Here, respondents gave notice of their intent to pursue sanctions in a March 16, 2004 letter, which was served two days before the hearing on the motion to discharge the notice of lis pendens.  While service two days before the hearing may or may not be reasonable, the letter was not in the form of a motion and did not give appellant 21 days in which to correct the complained-of conduct:  filing the notice of lis pendens.  Moreover, 21 days did not even expire, because the district court’s order discharging the notice was issued 12 days after the letter.  Under these facts, we must conclude that the district court abused its discretion in awarding $8,620 in attorney fees based solely on Minn. Stat. § 549.211, even though appellant’s conduct clearly warranted such a sanction.  See Gibson, 659 N.W.2d at 791 (denying sanctions, despite violations, because of failure to comply with procedural requirements). 

            The district court also awarded respondents attorney fees incurred in discharging the notice of lis pendens as special damages caused by appellant’s slander of title.  In Paidar v. Hughes, 615 N.W.2d 276, 281 (Minn. 2000), the supreme court held that attorney fees incurred to remove a cloud on title are special damages in a slander of title action. 

            Appellant challenges the district court’s determinations that the notice of lis pendens was a slander on the title and that it proximately caused the special damages cited by the district court.  Issues of causation are generally fact questions left to the finder of fact and only become questions of law when “different minds can reasonably arrive at only one result.”  Id. (quotation omitted).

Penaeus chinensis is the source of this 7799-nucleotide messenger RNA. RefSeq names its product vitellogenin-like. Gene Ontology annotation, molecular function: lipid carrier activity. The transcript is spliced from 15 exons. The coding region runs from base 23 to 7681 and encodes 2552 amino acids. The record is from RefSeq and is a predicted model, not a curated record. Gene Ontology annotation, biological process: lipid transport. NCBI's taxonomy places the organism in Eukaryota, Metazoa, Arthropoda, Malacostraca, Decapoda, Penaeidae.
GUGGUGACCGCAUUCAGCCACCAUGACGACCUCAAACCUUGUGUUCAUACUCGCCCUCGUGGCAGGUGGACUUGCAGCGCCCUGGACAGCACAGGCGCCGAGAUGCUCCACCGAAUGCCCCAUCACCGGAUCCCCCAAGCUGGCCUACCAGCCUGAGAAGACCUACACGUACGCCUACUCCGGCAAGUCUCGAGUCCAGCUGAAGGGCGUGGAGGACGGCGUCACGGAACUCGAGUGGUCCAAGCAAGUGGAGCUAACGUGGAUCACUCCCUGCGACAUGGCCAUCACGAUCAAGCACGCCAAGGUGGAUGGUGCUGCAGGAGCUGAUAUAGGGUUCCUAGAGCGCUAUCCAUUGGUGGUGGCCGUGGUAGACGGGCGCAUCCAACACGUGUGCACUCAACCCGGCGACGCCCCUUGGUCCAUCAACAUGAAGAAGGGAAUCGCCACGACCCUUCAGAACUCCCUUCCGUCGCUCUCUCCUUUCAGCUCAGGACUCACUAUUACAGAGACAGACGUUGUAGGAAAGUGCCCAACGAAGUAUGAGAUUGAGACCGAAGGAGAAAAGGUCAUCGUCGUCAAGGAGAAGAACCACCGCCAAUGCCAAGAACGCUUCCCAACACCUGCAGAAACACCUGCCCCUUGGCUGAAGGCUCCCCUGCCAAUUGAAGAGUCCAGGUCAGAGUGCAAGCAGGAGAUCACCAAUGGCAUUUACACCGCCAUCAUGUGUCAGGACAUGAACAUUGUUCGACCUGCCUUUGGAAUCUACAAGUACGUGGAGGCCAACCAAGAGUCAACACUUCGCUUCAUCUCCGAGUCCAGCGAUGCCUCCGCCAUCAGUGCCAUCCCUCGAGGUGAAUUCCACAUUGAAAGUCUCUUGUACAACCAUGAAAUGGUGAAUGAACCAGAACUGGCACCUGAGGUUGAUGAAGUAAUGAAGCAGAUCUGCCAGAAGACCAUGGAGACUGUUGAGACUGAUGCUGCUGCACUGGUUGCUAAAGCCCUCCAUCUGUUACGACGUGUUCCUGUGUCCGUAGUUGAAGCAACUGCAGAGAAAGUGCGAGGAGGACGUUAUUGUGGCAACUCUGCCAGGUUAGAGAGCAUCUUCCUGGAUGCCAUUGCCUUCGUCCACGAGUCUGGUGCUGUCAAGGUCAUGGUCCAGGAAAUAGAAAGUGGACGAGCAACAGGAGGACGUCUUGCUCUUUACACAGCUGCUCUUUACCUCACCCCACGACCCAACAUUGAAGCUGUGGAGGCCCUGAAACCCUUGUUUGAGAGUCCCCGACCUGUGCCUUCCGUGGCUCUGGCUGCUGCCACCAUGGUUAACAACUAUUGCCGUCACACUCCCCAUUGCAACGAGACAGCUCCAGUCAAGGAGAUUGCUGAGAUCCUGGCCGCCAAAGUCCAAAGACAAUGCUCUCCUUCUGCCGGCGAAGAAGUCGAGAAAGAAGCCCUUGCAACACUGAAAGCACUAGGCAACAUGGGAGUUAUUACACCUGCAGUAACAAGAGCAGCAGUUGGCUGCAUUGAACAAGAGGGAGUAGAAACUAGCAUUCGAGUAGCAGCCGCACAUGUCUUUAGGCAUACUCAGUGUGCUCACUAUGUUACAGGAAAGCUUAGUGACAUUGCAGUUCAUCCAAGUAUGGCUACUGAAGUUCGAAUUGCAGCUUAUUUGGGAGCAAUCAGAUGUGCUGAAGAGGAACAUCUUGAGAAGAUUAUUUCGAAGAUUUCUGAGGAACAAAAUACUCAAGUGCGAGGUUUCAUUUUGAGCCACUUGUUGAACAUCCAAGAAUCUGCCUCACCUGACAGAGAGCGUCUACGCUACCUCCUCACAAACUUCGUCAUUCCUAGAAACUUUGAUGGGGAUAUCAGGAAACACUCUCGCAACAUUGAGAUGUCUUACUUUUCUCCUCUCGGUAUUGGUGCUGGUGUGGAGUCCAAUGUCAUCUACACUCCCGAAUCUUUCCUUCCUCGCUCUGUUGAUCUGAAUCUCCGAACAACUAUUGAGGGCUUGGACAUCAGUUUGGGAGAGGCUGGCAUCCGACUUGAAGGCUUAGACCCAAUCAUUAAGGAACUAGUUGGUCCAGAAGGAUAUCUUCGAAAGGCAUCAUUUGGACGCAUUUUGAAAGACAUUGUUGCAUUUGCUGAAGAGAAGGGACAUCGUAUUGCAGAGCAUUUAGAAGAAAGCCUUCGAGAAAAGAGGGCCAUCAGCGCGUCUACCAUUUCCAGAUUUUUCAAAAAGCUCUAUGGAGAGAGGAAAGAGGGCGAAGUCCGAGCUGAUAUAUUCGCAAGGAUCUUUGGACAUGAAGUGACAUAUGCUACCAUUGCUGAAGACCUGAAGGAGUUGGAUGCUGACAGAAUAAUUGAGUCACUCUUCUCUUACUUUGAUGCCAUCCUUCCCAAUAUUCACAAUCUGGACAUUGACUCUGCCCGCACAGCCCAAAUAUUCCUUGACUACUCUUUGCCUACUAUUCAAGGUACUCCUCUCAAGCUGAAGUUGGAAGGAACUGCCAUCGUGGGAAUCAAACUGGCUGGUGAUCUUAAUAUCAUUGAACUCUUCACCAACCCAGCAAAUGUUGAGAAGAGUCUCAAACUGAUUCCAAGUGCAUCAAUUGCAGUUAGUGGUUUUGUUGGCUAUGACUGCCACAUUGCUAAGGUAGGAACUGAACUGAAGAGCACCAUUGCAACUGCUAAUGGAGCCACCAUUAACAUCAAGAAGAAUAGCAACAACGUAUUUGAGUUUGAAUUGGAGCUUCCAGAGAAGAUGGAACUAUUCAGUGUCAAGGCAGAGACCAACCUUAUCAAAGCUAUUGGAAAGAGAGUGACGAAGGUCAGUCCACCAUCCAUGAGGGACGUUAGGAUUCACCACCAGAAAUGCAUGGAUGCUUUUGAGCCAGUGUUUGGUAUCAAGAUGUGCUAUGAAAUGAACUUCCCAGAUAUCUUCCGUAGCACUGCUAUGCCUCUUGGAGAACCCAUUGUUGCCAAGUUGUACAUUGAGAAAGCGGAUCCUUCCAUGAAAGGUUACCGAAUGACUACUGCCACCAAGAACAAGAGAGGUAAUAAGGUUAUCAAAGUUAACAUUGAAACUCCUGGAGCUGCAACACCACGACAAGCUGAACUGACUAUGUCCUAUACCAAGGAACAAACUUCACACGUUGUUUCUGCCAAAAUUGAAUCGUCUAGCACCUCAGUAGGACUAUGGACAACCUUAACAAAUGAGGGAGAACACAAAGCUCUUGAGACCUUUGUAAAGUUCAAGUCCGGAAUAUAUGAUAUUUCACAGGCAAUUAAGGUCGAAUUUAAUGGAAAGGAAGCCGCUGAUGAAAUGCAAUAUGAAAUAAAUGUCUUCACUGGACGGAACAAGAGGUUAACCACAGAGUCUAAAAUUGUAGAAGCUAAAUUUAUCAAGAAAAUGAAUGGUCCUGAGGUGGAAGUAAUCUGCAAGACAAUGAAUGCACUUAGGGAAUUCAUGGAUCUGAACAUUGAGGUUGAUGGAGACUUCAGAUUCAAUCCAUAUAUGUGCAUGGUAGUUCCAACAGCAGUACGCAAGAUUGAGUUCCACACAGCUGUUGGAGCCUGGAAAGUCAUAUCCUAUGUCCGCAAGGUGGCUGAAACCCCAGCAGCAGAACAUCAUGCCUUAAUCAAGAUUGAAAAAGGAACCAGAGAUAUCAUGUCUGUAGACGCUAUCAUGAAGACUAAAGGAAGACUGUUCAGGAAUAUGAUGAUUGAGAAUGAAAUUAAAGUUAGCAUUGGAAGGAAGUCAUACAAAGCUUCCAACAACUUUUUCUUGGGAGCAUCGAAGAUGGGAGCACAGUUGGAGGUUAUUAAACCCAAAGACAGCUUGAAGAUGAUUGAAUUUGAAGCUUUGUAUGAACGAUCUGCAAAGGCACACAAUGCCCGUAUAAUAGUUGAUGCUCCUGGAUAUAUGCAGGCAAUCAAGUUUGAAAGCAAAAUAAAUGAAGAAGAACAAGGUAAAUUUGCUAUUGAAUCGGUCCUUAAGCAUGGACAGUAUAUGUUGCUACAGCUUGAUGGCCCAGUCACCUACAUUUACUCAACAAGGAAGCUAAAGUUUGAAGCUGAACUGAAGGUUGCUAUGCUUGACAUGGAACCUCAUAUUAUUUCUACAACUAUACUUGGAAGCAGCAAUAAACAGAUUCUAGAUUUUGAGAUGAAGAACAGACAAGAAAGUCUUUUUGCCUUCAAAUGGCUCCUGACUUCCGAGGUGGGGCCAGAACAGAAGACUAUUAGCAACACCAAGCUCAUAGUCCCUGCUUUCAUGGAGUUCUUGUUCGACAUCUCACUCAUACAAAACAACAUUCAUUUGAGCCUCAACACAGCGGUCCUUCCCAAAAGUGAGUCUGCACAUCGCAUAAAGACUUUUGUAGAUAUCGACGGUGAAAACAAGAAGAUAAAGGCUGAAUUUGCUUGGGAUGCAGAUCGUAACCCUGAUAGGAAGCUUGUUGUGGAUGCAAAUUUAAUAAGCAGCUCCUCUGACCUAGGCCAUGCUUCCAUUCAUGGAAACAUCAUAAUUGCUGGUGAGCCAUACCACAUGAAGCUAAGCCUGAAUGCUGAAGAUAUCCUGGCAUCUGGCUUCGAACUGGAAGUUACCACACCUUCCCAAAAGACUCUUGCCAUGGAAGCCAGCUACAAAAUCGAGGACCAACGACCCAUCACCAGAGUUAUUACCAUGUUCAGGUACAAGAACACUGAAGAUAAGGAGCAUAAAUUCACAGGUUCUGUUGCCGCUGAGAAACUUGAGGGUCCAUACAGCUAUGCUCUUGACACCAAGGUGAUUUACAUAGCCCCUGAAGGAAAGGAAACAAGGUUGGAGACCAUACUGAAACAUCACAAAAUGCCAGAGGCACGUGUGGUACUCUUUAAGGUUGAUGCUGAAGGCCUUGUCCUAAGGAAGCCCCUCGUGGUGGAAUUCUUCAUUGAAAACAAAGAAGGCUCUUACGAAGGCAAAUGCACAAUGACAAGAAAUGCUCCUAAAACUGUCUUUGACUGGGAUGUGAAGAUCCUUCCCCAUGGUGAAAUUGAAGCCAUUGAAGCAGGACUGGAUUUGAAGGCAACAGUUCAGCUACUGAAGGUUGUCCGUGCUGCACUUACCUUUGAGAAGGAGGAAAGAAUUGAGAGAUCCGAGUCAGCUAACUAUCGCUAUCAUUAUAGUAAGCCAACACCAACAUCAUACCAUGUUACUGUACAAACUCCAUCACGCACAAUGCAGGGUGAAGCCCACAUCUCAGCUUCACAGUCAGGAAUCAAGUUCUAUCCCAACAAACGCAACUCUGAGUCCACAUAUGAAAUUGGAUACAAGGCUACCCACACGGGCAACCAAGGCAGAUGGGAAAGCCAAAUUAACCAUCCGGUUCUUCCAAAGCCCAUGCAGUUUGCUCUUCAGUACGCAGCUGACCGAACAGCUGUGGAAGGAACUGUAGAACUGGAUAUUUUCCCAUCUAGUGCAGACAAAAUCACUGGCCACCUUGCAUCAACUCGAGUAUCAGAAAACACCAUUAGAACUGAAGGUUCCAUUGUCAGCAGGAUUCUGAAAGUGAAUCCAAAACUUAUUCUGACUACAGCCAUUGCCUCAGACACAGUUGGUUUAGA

Appellant has not provided a transcript of the testimony before the court, and our review is therefore limited to whether the district court’s factual findings support its conclusions.  Am. Fam. Life Ins. Co. v. Noruk, 528 N.W.2d 921, 925 (Minn. App. 1995), review denied (Minn. Apr. 27, 1995).  The district court found that the title insurance company was willing to issue a title insurance policy on the date of closing, subject to a possible quiet title action; there is no indication that a quiet title action was necessary before closing on August 10, 2004.  The facts that appellant argues in his brief, that closing was prevented by title problems and that respondents were unable to close until a quiet title action was held, are not in the record.  Appellant may not rely on facts that are not in the record to argue lack of proximate cause.  We therefore conclude that the district court here did not abuse its discretion by awarding respondents $5,780 in attorney fees as special damages.

            The district court’s award of $8,620 in attorney fees under Minn. Stat. § 549.211 is reversed, but its award of $5,780 in attorney fees for the discharge of notice of lis pendens as special damages is affirmed.

            Affirmed in part and reversed in part.


[1] In Gibson, 659 N.W.2d at 787 n.2, sanctions were sought under Minn. Stat. § 549.211 and under Minn. R. Civ. P. 11.  While the district court in Gibson “provided only a rule-based analysis of the motion,” it noted that the analysis is the same under the statute as under the rule.  Id.